ExxonMobil shall not be liable to you or any other party for any compensatory, punitive, special or consequential damages that result from the... contents on this Site... even if ExxonMobil has been advised of the possibility of such damages.
This means if the information is intended to hasten the end of civilization as we know it on this planet, that's fine with them. The conditions continue:
You may not link to this site without prior written permission from ExxonMobil...

And my favourite:
If you are dissatisfied with any portion of the Site or the Services or with any of these terms, your sole and exclusive remedy is to discontinue using the Site and the Services.
No it isn't. I can also link to it and show people what a pile of crap it is. The Myron Ebell Climate doesn't have the resources to conduct such a campaign properly, but a good example of how it's done can be seen here.

Finally I got through to the feedback form and wrote my question
Dear Exxon,

What does Philip Cooney, the man who resigned from the White House in June 2005 after he was caught falsifying scientific climate reports, do and why was he hired by Exxon a day after he quit his job? Do you really think your PR campaigns can achieve anything until you start to account for the publically known allegations of dirty dealing in the field of climate change policy?
I don't suppose it matters to them that their PR campaign is a flop. They're making money and instructing the government not to move any policies that would diminish their profits. Nothing else matters.

Tuesday, December 12, 2006

They laugh at our pain

Last week Mr Ebell gave an interview to a friendly radio station.
In every hearing that... was held in the Senate on Global Warming, there have been leading Democrats who start pounding the table and emphatically telling all of us: "This hearing is ridiculous, the time for talking is past, we need action, we should be marking up legislation today."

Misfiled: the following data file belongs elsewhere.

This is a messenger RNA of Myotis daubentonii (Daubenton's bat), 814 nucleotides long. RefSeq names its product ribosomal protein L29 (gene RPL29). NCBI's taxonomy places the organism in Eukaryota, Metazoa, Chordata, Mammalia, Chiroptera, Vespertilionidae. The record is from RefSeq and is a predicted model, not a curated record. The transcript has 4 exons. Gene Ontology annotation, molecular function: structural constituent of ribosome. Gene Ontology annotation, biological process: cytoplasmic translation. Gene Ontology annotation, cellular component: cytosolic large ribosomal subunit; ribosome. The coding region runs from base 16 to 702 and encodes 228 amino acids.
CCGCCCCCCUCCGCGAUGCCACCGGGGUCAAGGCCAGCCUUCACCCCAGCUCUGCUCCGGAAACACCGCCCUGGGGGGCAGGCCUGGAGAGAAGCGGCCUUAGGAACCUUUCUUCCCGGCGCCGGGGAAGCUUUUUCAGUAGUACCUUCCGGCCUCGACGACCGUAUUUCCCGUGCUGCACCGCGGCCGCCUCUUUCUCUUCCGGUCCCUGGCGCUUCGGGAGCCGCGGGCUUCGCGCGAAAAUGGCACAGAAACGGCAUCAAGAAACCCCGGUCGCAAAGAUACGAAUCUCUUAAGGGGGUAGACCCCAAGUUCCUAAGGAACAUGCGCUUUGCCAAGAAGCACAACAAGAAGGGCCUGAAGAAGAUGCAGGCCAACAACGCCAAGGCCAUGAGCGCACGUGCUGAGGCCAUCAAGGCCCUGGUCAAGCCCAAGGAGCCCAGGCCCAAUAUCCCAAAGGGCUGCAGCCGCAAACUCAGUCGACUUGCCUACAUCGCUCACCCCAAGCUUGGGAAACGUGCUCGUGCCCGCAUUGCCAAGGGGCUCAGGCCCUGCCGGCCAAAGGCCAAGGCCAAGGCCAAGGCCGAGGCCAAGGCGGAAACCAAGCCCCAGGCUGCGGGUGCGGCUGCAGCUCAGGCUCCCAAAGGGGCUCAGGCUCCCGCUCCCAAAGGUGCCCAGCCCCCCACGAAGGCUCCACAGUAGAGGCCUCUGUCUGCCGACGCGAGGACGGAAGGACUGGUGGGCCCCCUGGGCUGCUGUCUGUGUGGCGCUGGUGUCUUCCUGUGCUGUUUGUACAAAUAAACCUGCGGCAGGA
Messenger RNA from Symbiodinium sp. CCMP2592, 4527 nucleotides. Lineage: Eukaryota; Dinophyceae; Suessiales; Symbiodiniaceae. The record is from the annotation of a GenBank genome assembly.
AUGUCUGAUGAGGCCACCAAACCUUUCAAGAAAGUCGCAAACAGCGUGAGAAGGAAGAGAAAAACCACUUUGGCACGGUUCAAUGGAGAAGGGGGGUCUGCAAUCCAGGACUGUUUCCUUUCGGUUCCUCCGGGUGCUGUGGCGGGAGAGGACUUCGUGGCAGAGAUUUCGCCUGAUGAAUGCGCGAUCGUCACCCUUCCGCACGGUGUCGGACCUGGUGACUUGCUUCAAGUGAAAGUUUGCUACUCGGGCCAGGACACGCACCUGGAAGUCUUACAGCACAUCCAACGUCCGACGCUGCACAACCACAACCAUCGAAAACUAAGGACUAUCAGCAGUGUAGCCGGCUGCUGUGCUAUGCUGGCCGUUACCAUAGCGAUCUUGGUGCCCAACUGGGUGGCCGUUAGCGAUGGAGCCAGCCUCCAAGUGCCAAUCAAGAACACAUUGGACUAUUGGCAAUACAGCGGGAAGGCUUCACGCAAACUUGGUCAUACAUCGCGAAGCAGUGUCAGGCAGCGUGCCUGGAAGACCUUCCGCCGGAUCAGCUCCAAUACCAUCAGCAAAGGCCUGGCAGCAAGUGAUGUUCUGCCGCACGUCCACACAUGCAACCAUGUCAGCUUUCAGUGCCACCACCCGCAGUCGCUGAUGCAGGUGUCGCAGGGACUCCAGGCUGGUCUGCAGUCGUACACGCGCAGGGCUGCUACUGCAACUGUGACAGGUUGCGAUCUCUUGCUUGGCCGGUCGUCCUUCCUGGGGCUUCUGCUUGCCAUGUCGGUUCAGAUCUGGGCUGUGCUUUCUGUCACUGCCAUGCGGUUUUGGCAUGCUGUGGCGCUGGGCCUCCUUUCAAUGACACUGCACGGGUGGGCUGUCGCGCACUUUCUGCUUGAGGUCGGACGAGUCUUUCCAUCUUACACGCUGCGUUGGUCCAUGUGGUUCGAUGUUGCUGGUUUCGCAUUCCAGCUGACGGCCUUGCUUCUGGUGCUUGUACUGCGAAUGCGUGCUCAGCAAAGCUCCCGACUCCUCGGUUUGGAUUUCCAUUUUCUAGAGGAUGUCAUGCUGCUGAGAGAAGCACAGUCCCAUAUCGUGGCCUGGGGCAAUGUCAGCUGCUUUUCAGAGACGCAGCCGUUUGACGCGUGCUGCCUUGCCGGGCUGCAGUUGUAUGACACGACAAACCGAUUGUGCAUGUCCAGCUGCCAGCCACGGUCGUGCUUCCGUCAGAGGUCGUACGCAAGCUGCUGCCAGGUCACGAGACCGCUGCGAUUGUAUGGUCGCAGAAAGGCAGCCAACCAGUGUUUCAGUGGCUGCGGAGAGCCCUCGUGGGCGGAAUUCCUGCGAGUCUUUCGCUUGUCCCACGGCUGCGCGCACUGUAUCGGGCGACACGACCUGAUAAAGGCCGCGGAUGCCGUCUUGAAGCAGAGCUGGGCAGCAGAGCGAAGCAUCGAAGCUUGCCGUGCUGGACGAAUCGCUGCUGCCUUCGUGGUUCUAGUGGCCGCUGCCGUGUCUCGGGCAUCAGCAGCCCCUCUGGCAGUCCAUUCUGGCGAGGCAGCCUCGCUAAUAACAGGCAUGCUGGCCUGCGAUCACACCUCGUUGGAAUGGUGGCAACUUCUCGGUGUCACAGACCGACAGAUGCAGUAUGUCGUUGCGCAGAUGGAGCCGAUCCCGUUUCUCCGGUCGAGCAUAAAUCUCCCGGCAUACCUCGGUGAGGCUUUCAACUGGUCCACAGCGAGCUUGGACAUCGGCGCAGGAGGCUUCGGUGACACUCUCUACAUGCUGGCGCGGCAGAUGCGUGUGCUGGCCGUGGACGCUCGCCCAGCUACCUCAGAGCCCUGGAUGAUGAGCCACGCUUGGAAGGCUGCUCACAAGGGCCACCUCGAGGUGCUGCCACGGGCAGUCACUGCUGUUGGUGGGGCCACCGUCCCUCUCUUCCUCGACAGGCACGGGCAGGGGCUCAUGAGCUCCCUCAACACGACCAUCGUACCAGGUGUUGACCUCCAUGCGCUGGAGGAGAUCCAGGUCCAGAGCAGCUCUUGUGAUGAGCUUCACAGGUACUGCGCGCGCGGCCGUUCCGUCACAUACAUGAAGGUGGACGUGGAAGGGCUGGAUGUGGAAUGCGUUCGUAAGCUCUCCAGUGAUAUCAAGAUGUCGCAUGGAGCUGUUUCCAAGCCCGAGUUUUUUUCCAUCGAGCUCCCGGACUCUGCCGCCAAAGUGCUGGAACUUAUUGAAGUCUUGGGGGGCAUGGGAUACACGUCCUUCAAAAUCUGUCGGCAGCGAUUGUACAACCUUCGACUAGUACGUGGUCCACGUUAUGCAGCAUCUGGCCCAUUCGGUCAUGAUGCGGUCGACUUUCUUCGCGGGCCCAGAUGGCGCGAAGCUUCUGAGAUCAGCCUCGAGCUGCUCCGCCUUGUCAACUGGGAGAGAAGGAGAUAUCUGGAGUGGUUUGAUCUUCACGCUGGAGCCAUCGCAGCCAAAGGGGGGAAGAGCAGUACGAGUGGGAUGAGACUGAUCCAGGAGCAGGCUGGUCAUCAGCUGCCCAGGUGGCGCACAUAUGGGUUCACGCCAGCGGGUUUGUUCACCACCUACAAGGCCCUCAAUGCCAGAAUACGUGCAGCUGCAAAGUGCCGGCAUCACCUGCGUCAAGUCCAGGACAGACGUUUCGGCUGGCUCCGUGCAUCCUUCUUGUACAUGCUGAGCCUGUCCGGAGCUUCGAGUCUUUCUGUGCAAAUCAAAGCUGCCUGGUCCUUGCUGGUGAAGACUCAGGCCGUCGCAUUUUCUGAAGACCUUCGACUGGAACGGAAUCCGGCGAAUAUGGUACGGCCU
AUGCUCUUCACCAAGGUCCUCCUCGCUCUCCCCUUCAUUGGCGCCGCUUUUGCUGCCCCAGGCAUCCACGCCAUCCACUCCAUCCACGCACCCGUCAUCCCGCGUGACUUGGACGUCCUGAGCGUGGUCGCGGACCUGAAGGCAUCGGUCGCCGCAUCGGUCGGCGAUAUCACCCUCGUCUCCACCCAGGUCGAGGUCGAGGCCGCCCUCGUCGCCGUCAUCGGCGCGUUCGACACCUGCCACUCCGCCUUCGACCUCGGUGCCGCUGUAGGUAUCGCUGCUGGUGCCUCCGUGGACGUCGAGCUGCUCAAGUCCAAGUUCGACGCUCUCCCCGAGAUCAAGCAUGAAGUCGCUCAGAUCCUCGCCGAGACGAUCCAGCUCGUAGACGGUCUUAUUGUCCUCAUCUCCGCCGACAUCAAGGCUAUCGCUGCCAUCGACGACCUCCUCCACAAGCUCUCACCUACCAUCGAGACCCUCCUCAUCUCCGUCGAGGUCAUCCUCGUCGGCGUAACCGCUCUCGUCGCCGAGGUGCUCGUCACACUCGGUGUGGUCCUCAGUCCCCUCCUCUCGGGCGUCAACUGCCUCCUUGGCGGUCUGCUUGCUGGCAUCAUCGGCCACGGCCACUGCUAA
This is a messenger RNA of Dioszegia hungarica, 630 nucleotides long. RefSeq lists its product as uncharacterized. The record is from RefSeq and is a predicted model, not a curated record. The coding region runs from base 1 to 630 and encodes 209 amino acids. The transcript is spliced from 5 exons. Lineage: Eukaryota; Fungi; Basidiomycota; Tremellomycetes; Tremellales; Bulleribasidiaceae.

Well now, Barbara Boxer, the very radical Senator from California, is replacing Jim Inhofe... as chairman of the environment committee. She has said, "Well, you know, uh, we're going to have two global warming subcommittees, and a very long series of hearings." So they're going to keep talking about it (laughs)... So while the planet fries, the Democrats are going to keep talking (more laughter).
Look, we know the political system is dysfunctional and is good at denying reality for years on end until there is no one left alive. Mr Ebell is exactly the kind of person who is the source of the problem.

There was more giggling over in the White House when Bush was asked for a comment about his war of choice.
The President of the United States: It's bad in Iraq. Does that help? (laughs).
You wouldn't see him laughing if it was his own kids who had died. Presumably he cares more about them than any other United States citizen. It's very easy to imagine Mr Ebell laughing over the shut-down of the Gulf Stream. All that suffering and hunger that would result over in Europe just makes him chuckle.

Meanwhile, in the Supreme Court the case for whether excess CO2 is a threat to life, as the people who actually know about these things say, or plant food, as the CEI vegetables say, has been heard. The CEI filed a brief in an attempt to refute the scientific claims. Since no one at the CEI does any science, all they can do is rely on the work of scientists which, since it's almost all entirely unambiguous on the subject, they must willfully misstate.